How Indirect Pursuits Can Help You Reach Your Goals
Sometimes the most effective way to achieve a desired goal is to pursue it indirectly. Think of sailing, where you need to tack back and forth to reach your destination, rather than point directly at it. Similarly, in advertising, focusing on achieving fame or emotional impact can be a way of delivering against an array of goals, such as shifting brand perception, increasing awareness or creating a specific association.
Being indirect in advertising doesn't mean you are ignoring the primary goals of a campaign. Instead, you are finding creative ways to achieve those goals, by focusing on the metrics for success. An indirect approach simplifies the ask, and creates the focus needed for impact. By taking an indirect approach, marketers can often achieve more vs pointing directly at multiple goals.
We can simplify objectives by looking at three focus areas that impact brands: fame, emotional impact, and memorability. Fame connects to a brand's recognition and salience. Emotional impact connects to the ability of an advertisement to evoke strong emotions such as joy or surprise. Memorability considers how advertisers create content that maximises longevity and recall. By focusing on these factors, advertisers can effectively capture attention, drive sales, and build loyalty, for ultimate business success.
Binet & Field - Take a long term view and aim for Fame & Emotion
"The Long and Short of It" by Binet and Field is a comprehensive study of advertising effectiveness that shows emotional, fame-building, and brand-building advertising to be the most effective ways to drive long-term growth.
They advise against pursuing purely short-term sales activations and instead focus more on brand fame through evocative brand advertising that resonates with audiences. Binet & Field found that fame-driving campaigns outperform others on all business metrics studied: sales, loyalty, market share, price sensitivity, penetration, profit. They also found that campaigns that prioritised emotional messaging consistently outperformed more rational ones.
Their findings showcase the long term performance benefit of creating emotional, fame-building campaigns that resonate vs focusing on short-term sales activations.
Orlando Wood - Storytelling through right and left brain creative
Orlando Wood's "Lemon" presents a compelling argument for the power of emotional advertising, using the concept of left-brain and right-brain thinking to illustrate his point. Wood suggests that modern advertising has lost its balance between left-brain thinking, which prioritises rationality, logic, and analysis, and right-brain thinking, which emphasises intuition, emotion, and creativity. Wood suggests that this imbalance has led to a decline in advertising effectiveness, as campaigns fail to create a meaningful impact on consumers.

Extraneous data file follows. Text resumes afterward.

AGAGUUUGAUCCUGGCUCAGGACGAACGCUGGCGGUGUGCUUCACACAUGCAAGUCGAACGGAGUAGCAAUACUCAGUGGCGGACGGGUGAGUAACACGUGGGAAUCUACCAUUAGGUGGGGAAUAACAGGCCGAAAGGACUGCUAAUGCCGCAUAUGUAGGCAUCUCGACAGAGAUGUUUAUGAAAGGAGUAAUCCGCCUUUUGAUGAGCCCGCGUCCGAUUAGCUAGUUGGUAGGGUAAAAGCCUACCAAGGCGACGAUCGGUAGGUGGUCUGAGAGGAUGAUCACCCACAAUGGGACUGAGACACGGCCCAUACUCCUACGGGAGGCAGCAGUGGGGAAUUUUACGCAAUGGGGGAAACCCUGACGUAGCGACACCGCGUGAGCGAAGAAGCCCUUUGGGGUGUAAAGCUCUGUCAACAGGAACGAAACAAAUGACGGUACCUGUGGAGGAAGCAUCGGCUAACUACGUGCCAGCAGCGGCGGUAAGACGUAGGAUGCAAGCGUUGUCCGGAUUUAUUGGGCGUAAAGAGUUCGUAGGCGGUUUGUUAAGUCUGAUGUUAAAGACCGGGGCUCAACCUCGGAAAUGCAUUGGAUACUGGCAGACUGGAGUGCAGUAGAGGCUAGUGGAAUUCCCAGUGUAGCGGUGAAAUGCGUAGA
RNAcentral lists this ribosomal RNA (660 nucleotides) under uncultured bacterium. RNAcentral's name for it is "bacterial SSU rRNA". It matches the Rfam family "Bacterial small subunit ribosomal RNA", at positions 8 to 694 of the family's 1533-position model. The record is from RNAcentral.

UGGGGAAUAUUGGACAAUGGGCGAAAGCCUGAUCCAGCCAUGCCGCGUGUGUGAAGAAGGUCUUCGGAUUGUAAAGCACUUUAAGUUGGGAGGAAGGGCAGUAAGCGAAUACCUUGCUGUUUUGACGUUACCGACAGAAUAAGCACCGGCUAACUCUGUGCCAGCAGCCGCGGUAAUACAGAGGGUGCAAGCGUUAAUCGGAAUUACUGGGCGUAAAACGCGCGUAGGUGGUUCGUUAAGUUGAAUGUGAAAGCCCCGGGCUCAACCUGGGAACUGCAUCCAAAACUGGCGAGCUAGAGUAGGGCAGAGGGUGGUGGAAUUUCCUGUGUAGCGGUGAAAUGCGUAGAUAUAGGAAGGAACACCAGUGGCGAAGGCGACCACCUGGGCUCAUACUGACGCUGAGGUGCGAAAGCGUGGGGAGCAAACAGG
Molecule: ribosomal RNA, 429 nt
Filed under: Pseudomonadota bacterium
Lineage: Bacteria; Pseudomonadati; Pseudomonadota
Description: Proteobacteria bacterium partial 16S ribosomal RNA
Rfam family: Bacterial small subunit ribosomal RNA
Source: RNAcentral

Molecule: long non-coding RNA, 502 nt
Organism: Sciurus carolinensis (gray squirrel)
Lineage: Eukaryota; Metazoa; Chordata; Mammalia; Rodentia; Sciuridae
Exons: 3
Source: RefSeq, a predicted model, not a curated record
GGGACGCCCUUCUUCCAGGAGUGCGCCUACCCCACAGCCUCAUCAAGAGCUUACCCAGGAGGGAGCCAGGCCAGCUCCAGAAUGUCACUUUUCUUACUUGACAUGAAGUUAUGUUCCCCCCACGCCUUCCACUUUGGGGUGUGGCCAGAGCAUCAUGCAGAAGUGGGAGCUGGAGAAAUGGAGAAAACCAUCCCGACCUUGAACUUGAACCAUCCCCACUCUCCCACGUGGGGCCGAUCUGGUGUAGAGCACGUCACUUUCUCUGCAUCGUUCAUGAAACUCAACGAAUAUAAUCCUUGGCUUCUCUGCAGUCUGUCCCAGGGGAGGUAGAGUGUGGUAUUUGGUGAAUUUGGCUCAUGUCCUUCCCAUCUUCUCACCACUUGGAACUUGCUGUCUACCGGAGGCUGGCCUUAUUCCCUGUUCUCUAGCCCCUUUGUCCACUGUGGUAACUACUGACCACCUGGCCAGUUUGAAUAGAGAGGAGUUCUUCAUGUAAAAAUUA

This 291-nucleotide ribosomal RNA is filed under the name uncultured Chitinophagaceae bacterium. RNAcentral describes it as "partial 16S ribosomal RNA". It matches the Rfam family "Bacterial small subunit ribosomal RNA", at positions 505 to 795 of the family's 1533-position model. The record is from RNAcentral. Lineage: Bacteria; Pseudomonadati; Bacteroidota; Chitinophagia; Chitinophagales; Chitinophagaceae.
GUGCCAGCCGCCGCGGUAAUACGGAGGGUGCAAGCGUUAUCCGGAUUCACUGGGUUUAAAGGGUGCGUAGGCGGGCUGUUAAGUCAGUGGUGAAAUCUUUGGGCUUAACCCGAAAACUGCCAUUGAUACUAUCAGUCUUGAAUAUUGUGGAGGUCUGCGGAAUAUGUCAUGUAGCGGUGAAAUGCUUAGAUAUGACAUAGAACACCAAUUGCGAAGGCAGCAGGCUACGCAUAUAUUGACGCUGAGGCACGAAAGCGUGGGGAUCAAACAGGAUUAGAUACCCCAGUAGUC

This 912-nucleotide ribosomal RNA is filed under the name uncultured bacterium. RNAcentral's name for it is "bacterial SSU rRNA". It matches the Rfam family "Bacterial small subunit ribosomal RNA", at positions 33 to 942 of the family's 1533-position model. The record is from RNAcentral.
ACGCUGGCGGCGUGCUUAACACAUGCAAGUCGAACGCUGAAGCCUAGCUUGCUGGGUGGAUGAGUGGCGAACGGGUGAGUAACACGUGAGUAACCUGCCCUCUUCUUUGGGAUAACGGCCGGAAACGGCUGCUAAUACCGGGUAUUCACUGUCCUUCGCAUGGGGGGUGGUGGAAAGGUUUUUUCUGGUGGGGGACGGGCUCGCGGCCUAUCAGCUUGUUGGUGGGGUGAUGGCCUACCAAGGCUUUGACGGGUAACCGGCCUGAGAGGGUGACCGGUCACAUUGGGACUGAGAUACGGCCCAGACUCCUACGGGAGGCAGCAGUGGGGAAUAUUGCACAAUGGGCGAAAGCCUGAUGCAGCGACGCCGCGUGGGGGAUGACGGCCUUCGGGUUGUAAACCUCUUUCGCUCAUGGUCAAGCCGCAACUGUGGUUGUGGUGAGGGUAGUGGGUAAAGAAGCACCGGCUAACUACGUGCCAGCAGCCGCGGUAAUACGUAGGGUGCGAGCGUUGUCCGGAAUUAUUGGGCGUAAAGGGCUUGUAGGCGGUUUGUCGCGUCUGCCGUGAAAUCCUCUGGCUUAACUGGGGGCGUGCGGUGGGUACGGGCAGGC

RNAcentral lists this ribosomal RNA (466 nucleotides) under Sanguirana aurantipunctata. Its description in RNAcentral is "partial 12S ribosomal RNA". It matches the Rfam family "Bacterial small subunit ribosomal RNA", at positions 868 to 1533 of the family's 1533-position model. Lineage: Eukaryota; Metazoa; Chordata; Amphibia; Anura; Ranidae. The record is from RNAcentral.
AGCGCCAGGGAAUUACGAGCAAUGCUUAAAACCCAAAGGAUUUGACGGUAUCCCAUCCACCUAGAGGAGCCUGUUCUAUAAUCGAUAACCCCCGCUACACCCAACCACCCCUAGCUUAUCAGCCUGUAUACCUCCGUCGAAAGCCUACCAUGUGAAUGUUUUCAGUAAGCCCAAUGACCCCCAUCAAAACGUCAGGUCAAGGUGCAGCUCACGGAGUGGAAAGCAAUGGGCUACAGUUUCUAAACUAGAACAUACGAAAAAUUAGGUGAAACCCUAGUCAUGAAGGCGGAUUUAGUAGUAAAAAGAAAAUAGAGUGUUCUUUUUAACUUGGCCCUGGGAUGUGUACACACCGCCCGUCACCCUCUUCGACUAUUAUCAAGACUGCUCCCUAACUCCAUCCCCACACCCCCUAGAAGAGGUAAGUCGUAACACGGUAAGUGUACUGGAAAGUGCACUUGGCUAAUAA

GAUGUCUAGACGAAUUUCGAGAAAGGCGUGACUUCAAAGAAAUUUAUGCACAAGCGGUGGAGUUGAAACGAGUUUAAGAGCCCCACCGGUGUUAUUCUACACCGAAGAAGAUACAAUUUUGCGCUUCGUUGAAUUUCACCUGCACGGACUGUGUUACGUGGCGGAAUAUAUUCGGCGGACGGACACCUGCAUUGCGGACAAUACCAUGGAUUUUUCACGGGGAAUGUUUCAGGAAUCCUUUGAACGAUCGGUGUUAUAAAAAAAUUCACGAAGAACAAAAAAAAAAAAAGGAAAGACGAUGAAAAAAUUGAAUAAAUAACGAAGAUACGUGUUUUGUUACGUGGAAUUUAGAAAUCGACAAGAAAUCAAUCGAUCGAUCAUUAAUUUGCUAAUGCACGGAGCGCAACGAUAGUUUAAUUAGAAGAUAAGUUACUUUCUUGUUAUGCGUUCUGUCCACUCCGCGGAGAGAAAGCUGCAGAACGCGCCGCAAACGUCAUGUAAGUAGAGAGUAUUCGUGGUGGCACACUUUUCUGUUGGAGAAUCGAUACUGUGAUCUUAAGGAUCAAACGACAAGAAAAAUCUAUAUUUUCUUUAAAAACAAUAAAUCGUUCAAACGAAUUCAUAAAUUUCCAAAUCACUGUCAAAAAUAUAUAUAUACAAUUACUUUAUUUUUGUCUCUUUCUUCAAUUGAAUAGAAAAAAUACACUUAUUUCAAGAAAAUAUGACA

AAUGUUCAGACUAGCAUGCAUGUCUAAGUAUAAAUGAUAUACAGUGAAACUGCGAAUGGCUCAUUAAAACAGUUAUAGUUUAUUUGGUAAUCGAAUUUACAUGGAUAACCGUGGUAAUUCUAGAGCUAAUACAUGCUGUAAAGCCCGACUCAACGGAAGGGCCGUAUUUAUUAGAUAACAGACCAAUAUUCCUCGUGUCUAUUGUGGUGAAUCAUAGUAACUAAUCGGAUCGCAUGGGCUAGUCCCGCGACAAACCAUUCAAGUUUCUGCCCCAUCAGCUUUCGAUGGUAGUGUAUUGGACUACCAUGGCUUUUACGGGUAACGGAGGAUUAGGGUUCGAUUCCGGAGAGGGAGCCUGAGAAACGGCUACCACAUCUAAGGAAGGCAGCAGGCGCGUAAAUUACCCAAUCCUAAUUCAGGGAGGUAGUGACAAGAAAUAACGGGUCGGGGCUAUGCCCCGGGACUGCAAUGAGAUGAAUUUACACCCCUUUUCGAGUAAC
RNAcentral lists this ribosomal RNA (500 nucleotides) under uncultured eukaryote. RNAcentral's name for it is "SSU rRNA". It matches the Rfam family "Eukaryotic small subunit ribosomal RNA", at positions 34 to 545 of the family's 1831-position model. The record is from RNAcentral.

Wood argues that advertising must create an emotional connection with consumers to be effective and Wood challenges marketers to rethink their approach and create campaigns that appeal to both the left and right brains, stressing the power of storytelling to create emotionally resonant campaigns that connect with consumers on a deeper level. Advertisers should aim to tap into the emotions and aspirations of the target audience, creating an emotional resonance that lingers long after the campaign has ended. By avoiding over-reliance on data and rational arguments, advertisers can create campaigns that balance reason with emotional resonance and creativity, leading to campaigns that stand out in a crowded market and drive meaningful results over time.
Robert Heath - Understand Memory
Robert Heath's "Seducing the Subconscious" explores how advertisers can use storytelling to create emotional connections with their audience and influence their subconscious minds. Heath argues that by tapping into people's deep-seated desires and beliefs, advertisers can create a narrative that aligns with their brand messaging, and this can then create emotional resonance with their audience that makes their brand more memorable and appealing.
Advertisers need to create memories that are both durable and easily retrievable and Heath emphasises the need to have a practical understanding of how our memory works to create campaigns that can do this more effectively. Heath describes two types of memory: explicit memory and implicit memory. Explicit memories are conscious and deliberate, such as factual information about a product or service. In contrast, implicit memories are unconscious and automatic, such as the emotional associations people make with a brand. He suggests advertisers focus on creating implicit memories that tend to be more durable and have a greater impact on consumer behaviour and that the most effective way to achieve this is by creating consistent, emotionally resonant brand messaging. Heath argues that stories are more effective than traditional advertising because they engage multiple parts of the brain, making them more memorable and persuasive.